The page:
I had settled in for a short period of time, nestled against a dimly lit lamp post only a few feet from the busy street. The crowds continued to pass by, with all walks of life mingling together. The sound of laughter could be overheard routinely and smiles were in abundance. Everyone was enjoying the sights, sounds and charm of Beale Street, one of the most famous streets in the south.
So many different characters, yet it was one particular duo that caught my eye. They came strolling by with a sense of happiness and carelessness that I was not familiar with. To top it off, they were wearing flowing capes and masks covering a portion of their faces. They looked like the superheroes of Beale Street. I quickly raised my Fuji X-Pro 1 and attempted to capture one shot. For those not familiar, the X-Pro 1 is a slower focusing camera with little room for error. If I had time to switch it to manual mode I was certain I would capture this moment, but i did not have the time. However, the one image I did manage to fire…was in focus…and worked.
I glanced down and gazed at the image for a moment. That’s when I encountered a guy named Matt. He was around the same age as me and seemed to share a similar interest in photography. He asked if he could have a look. I hesitated for a few seconds but finally said okay. I hate to show images straight from my camera without at least making some minor adjustments, but for some reason, this felt okay. I had no idea how much Matt’s insight into my image would impact me, but impact it did.
He stared at the image for a few minutes, then slowly glanced up at me. With a grin on his lips he simply said, “memento vivere” – and with that, handed me back the camera. It was obvious from the puzzled look on my face that I didn’t follow the Latin phrase very well. Matt put his hand on my shoulder and clarified it for me – remember to live.
As Matt walked away, I couldn’t help but stare at the image on the small screen. His words confused me at first, but the longer I gazed the more they made perfect sense. I had initially thought that the “caped crusaders” were nuts. The best I could figure they were either immature and irresponsible or they had lost a bet. From my own life experiences and fears, I could not see the bigger picture. I could not see the joy from within. I had forgotten how to embrace life fully and how to enjoy the small moments. I had forgotten how to live.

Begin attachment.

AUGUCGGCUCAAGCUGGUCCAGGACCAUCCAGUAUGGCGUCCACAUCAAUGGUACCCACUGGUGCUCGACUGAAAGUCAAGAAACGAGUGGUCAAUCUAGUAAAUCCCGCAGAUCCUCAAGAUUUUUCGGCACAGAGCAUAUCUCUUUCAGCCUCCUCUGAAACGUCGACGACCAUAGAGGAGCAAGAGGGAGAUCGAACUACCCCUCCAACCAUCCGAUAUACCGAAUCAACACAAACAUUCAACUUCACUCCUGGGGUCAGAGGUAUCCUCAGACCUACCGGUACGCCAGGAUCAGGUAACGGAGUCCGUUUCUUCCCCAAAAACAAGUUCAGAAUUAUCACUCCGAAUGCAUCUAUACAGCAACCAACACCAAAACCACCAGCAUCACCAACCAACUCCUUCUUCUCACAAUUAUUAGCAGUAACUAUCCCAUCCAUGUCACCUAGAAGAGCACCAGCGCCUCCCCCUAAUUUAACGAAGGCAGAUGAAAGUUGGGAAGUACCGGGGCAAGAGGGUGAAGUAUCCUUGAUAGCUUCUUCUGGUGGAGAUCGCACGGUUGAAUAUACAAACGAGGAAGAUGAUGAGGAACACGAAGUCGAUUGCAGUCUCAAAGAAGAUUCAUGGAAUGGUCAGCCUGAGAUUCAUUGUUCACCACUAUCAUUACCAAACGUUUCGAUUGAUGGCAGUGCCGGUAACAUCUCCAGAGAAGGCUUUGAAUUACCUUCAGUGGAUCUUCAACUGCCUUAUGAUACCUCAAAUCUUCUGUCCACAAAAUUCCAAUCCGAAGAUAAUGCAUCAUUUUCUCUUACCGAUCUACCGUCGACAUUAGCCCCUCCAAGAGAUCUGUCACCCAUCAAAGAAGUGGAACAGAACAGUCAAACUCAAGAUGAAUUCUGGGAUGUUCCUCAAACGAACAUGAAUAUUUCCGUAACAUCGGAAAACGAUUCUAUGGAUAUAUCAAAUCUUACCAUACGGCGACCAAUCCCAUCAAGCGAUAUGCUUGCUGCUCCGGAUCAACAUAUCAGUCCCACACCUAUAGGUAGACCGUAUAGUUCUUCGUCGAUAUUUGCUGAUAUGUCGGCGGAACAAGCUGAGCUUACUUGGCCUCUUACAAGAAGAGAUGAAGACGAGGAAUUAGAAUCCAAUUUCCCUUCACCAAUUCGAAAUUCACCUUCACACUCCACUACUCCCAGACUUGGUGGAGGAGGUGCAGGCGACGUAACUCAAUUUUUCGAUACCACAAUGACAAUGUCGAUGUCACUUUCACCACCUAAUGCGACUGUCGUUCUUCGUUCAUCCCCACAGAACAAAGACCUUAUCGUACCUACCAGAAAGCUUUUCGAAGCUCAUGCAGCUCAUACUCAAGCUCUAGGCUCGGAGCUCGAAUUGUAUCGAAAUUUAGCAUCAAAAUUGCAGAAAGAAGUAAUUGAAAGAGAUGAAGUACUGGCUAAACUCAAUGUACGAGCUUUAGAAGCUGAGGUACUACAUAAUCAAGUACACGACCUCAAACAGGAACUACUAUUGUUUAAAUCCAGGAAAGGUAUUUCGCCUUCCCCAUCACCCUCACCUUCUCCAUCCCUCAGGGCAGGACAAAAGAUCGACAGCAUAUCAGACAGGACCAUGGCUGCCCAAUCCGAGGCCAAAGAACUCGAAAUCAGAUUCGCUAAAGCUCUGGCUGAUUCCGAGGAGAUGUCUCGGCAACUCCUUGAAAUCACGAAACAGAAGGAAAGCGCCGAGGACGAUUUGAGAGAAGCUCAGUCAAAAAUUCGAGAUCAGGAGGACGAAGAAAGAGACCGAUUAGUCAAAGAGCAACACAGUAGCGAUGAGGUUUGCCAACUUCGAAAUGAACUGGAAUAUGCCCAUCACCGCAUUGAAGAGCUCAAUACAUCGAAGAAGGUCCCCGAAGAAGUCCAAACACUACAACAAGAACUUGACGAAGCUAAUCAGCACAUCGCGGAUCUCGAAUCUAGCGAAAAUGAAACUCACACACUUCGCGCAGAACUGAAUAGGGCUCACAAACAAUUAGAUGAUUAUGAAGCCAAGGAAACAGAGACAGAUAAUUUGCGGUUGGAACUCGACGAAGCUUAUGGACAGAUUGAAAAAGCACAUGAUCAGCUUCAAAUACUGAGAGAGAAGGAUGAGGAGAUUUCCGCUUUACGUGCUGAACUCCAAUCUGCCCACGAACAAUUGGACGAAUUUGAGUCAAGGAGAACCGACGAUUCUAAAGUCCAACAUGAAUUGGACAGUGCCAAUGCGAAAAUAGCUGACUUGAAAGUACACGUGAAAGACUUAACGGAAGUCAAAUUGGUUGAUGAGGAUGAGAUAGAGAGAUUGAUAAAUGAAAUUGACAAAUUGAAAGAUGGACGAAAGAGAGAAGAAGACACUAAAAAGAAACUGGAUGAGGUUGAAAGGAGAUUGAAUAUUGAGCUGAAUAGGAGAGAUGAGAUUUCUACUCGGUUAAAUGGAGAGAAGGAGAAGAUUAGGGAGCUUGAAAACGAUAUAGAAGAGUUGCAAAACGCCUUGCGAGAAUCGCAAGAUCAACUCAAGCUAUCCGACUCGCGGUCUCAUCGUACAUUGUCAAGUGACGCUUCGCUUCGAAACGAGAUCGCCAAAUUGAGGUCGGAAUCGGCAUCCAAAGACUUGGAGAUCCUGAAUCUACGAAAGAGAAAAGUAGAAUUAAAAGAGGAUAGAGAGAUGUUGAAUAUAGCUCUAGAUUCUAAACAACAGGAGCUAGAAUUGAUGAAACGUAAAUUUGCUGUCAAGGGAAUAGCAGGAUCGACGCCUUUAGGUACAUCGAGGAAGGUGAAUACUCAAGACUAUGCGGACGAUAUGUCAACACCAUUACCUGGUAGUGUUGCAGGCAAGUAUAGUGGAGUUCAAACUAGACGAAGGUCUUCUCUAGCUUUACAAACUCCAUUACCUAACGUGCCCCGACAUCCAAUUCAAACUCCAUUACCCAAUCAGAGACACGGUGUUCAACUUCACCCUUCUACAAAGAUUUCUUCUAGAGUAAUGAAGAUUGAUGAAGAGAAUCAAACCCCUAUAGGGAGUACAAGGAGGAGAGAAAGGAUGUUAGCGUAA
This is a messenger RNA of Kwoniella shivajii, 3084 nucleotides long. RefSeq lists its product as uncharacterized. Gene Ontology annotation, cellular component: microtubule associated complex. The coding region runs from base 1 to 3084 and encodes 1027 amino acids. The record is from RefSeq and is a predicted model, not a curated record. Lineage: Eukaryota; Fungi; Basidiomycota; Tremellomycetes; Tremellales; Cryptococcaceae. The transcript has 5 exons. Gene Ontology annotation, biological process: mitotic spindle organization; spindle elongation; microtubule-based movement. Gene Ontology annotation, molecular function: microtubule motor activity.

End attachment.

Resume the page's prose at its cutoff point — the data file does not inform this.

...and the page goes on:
Memento vivere – remember to live.
I chased Matt down and asked for a moment of his time. He gladly obliged. I immediately began to talk about the words of wisdom he left me with. I talked about how they impacted me and helped me see things a bit differently. I rambled on until I was politely interrupted. “You are missing something even more important,” Matt gently advised. Now, I was very curious. I followed up with the typical inquiring comments and we talked for close to an hour. In the end, Matt was right. I was missing something of vital importance.
We concluded our time together with a handshake and the exchange of a slight nodding of heads. Matt slowly disappeared into the night, meandering his way through the crowd until he was just a memory. I slowly turned and made my way to a quieter location. Matt’s wisdom was sinking in. You see, what he showed me was that it’s not enough to simply remember to live. You need to have something in your life that makes you remember this…makes you want to do this…makes it impossible to do otherwise. For some, that’s spirituality. For others, it’s a person or maybe a hobby. Yet for others, it’s a combination of things. Though we are all different, it doesn’t change the fact that we can each just as easily lose sight of how to live. Life gets in the way. Things happen. Hurt ensues.
I now had a goal. I had direction. I had things to go figure out. I just wish I could find that silly grin that Matt had. For him, it was simple. Turns out he met this amazing nurse from “up north” as he called it. He disclosed how life was a blur and chaos seemed to rule the day. That is, until her. Matt had found his key and he wasn’t ashamed to tell me all about it. He would talk about her beauty and her laughter and how amazing she was. He would recount the moments together and how they made him come alive inside. It was apparent his heart was no longer in his chest, but beating in the hands of someone else.
We all need to be like Matt. We need to find that one thing that fuels us so deeply to live. That creates within us a passion to be a bit crazy and enjoy life. Something that might just have us putting on a cape and mask and walking down the middle of a crowded street, laughing and enjoying the stares.
In the eyes of another, Matt had learned the most important thing: memento vivere – remember to live.
How about you?